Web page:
• Such an Interesting Monster says:

      I think you missed the point. He’s not saying that pasteurization is bad. He’s also doesn’t have an issue with them adding vitamin C back in as ascorbic acid. What he does have an issue with is companies charging you more for a product with a fancy label touting it’s amazing antioxidant and immune-bolstering abilities when all they are doing is adding in cheap ascorbic acid to replace the natural vitamin C that should be there but was removed when it was pasteurized, and charging you a hefty price premium.

  6. StatusfriedCrustomer says:

    The most expensive version of any product should always be consulted first. All others should then be compared to this “par” product to see what they are lacking by comparison.

    • Cat says:

      Sorry, I refuse to believe “the most expensive product is the best”

      Case in point: Kraft.
      Store brand Macaroni and cheese: Contains cheese.
      Kraft Macaroni and “cheese”: Contains NO cheese.

      Store brand French Onion Dip: Contains Sour cream as the major ingredient.
      “Simply Kraft” has NO sour cream: Water, Canola Oil, Corn Syrup & Whey Protein Concentrate make up 98% of the ingredients. And it tastes like crap.

      • varro says:

        I make my own mac and cheese and onion dip at home….(well, I just put a packet of dried onion soup in sour cream and stir – but homemade mac and cheese is really good….and I use a mix of Tillamook medium and extra sharp cheddar)

      • Bonster says:

        You know what I miss since moving away from Kroger? The cheapo store brand white chocolate chips. I miss them not just because they were the cheapest, but because they are the only ones I have ever found that actually use cocoa butter as the fat source. All other baking chips, including the expensive brands, are labelled white confection or white creme, because they’re vanilla-flavored hydrogenated palm oil.

  7. crispyduck13 says:

    Anything dairy-esque with creative spelling in the name such as creme or créme, is not really using naturally derived milk products. They are usually overpriced and tend to taste like broiled ass.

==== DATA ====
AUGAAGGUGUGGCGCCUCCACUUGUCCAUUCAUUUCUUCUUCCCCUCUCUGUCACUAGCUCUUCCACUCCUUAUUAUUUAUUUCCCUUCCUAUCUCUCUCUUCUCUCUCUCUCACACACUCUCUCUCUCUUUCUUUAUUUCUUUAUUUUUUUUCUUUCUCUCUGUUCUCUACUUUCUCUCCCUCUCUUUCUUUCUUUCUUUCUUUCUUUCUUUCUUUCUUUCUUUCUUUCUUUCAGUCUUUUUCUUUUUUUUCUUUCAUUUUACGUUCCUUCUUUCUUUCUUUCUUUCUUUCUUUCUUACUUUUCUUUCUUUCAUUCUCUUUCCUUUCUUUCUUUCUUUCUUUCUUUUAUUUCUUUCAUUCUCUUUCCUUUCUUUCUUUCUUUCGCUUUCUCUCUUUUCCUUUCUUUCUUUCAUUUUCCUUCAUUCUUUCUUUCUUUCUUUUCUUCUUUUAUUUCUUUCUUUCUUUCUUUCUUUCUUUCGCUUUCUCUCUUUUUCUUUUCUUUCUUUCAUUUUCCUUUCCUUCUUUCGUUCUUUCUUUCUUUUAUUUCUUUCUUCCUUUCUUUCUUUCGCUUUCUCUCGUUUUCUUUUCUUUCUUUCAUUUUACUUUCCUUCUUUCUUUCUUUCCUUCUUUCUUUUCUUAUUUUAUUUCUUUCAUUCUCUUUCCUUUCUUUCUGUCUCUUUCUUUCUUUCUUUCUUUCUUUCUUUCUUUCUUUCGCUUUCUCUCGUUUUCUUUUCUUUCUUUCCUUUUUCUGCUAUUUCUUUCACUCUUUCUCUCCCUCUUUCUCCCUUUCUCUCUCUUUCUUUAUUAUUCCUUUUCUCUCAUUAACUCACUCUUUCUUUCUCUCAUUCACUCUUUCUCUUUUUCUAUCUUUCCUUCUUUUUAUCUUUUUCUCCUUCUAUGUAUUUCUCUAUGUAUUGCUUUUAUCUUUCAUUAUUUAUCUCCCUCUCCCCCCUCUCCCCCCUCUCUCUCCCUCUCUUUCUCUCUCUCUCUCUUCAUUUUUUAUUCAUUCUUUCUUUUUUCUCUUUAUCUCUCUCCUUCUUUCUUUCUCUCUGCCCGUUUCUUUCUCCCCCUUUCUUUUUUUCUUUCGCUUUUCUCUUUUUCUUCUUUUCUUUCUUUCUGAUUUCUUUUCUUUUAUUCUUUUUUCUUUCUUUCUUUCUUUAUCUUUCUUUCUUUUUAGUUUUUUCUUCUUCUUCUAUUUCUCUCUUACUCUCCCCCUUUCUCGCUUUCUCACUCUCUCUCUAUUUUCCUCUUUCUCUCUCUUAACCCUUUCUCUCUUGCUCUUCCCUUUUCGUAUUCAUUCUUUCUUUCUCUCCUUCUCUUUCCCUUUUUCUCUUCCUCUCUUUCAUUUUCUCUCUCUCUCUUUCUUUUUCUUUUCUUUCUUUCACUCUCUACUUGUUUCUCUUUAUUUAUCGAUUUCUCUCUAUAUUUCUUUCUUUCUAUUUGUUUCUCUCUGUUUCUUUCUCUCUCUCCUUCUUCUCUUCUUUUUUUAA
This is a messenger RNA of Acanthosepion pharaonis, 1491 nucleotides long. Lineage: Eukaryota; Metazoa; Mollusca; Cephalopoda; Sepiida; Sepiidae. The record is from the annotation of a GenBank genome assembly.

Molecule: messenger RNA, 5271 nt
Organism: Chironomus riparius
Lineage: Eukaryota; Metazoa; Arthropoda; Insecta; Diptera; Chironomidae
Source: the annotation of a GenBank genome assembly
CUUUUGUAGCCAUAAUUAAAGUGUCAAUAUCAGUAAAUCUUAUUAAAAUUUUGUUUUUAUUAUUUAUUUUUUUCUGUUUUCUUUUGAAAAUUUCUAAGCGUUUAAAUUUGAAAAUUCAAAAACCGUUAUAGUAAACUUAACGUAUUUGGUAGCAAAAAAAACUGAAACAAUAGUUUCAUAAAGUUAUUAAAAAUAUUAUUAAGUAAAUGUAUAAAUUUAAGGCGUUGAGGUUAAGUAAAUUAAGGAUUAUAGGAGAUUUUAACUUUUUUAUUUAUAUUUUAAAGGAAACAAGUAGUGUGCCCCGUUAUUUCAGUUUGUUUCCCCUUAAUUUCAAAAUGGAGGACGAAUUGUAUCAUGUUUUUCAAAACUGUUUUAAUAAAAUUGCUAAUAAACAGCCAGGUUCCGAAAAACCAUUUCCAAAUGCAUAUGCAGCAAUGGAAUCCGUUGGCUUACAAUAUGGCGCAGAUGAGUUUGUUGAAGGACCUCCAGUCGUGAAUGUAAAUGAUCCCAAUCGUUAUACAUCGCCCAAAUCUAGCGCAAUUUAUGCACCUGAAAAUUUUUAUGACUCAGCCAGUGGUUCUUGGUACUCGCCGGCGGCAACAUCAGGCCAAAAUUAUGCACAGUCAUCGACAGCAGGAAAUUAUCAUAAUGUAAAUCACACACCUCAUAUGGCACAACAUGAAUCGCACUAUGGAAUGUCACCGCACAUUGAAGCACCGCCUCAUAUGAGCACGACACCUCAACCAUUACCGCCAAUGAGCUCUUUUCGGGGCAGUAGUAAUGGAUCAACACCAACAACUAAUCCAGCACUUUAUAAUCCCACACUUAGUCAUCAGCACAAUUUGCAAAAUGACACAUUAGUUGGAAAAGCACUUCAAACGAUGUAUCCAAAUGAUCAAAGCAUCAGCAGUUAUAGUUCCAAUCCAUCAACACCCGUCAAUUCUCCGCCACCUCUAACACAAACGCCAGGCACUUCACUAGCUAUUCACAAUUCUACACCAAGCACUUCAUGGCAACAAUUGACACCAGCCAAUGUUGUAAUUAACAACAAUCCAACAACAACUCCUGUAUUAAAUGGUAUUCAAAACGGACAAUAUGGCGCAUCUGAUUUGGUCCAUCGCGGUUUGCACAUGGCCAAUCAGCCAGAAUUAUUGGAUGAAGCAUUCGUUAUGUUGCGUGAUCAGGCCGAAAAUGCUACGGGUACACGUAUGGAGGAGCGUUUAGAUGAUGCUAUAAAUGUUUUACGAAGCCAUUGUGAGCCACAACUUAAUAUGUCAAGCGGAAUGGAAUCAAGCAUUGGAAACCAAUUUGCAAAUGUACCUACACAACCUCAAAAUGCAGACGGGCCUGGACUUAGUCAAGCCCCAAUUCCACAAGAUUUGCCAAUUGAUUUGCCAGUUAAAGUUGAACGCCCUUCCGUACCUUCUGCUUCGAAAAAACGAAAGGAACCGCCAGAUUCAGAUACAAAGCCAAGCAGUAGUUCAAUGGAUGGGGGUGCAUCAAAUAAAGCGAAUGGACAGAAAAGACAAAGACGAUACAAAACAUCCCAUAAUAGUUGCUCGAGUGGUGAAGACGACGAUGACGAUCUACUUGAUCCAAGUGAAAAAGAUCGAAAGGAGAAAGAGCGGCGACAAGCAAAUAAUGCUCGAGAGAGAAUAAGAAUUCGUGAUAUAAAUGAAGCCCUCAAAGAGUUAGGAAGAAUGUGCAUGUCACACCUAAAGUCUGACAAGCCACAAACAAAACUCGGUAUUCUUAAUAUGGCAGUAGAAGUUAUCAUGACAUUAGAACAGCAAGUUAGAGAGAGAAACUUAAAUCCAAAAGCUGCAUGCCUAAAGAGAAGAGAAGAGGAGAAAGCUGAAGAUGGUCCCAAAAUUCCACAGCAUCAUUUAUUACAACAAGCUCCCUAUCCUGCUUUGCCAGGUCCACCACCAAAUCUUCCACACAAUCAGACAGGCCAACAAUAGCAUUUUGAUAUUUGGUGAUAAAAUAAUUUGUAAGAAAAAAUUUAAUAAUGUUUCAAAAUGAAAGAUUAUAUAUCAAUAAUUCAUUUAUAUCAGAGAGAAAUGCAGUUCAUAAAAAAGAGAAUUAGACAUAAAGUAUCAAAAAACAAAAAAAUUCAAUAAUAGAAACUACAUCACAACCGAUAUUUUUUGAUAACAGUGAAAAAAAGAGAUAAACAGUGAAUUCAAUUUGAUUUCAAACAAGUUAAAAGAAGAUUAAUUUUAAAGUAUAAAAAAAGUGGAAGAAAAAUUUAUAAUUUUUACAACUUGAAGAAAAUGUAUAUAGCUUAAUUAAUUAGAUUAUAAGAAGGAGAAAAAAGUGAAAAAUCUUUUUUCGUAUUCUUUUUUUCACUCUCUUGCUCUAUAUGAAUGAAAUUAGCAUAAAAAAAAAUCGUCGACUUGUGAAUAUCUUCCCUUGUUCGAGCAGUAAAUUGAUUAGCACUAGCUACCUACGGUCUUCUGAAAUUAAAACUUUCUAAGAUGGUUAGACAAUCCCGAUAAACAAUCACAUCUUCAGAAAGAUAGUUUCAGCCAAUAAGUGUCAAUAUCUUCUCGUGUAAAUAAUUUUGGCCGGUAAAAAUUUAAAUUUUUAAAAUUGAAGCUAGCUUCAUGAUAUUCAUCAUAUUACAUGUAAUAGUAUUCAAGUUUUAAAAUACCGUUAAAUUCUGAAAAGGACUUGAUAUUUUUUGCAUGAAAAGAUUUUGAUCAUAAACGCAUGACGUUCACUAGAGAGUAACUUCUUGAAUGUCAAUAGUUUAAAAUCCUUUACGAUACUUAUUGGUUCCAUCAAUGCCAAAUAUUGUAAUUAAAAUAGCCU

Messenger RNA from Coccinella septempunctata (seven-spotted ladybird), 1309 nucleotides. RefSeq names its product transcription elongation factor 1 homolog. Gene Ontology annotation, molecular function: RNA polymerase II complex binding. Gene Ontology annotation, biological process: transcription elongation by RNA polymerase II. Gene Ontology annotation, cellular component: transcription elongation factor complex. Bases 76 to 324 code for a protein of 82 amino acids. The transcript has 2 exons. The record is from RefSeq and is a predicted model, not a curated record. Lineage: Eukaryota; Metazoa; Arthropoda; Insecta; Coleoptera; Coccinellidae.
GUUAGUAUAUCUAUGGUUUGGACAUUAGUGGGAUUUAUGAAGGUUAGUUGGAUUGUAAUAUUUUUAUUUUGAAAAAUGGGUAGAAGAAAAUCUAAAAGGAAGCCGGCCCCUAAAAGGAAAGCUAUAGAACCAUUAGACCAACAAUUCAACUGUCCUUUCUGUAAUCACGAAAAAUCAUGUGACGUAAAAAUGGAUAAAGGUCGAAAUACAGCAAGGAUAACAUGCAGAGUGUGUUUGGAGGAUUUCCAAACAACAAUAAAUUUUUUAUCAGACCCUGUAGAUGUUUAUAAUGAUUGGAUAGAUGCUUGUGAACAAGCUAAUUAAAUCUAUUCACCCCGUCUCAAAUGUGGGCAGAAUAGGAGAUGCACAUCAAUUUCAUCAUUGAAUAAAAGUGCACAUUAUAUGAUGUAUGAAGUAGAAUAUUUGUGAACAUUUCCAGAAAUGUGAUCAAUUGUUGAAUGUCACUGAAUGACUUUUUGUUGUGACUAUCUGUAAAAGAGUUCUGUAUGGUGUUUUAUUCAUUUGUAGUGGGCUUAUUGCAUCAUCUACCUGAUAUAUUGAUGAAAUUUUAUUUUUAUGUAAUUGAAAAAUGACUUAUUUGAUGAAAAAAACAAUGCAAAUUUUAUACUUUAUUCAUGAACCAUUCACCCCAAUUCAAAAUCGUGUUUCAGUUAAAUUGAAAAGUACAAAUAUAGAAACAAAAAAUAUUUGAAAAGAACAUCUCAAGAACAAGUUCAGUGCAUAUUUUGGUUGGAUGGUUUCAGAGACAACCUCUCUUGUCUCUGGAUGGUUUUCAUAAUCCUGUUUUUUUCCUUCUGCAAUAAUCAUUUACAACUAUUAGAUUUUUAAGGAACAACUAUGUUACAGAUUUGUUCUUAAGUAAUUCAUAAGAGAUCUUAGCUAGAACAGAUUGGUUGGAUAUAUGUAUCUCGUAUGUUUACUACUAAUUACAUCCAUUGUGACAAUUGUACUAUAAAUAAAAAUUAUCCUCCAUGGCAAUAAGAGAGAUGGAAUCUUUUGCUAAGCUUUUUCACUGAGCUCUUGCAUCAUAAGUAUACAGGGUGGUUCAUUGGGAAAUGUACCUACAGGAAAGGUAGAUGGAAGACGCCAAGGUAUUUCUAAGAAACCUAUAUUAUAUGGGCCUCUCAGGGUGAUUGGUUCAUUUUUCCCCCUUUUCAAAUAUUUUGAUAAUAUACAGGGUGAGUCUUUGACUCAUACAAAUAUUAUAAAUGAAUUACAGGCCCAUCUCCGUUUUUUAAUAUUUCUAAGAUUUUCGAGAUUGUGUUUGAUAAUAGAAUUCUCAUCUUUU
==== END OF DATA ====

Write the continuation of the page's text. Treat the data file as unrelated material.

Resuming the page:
8. sirwired says:

    Artificial Vanilln is not a “ripoff”. By the time the processing is complete, the vanillin is completely, 100%, chemically identical to the compound that gives natural vanilla the lion’s share of it’s flavor.

    Real vanilla is nearly indistinguishable from artificial vanillin in baking; dairy products are a little different since they are not subjected to the heat that cooks off the more subtle parts of the real stuff. Even professional cooks will often use the fake stuff for baking, (the price difference is dramatic) and the real stuff for dairy.

    • Marlin says:

      Not even close. If you can;t tell the differance then you need help.

      • Applekid ‚îÄ‚îÄ‚î¨ Ôªø„Éé( „Çú-„Çú„Éé) says:

        Both right and wrong. While it is the vanillin that makes the “vanilla” flavor, real vanilla has many more compounds that impart that real vanilla taste. To properly synthesize vanilla you’d have to synthesize all of them.

        That’s like saying that since we can synthesize caffeine from carbon, hydrogen, nitrogen, and oxygen that there’s no difference between a glass of water with caffeine dissolved in it and real caffeinated coffee.

      • sirwired says:

        If you actually do a blind taste test using a quality artificial vanilla (and quality natural vanilla), most people (the expert tasters at Cook’s Illustrated included) would be hard pressed to tell a difference between the two in baked goods. The two ARE close. The remaining “Real” vanilla compounds (besides vanillin) simply do not survive more-or-less under the heat of baking.

    • webweazel says:

      It is NOT identical. I can tell the difference easily even with just a sniff of the bottle, not even a taste of it. I bought a bottle of the fake stuff one time, couldn’t wait until I finally used up the crap, and bought the good stuff again. Tasted like plastic to me.

      Let me check my book-“Twinkie Deconstructed” …

      The fake stuff, vanillin, is named–4-hydroxy-3-methoxybenzaldehyde, which is made from crude oil. (So is aspirin and quite a lot of other foodstuffs, surprisingly.) Then mixed with either corn syrup, caramel color, and/or propylene glycol.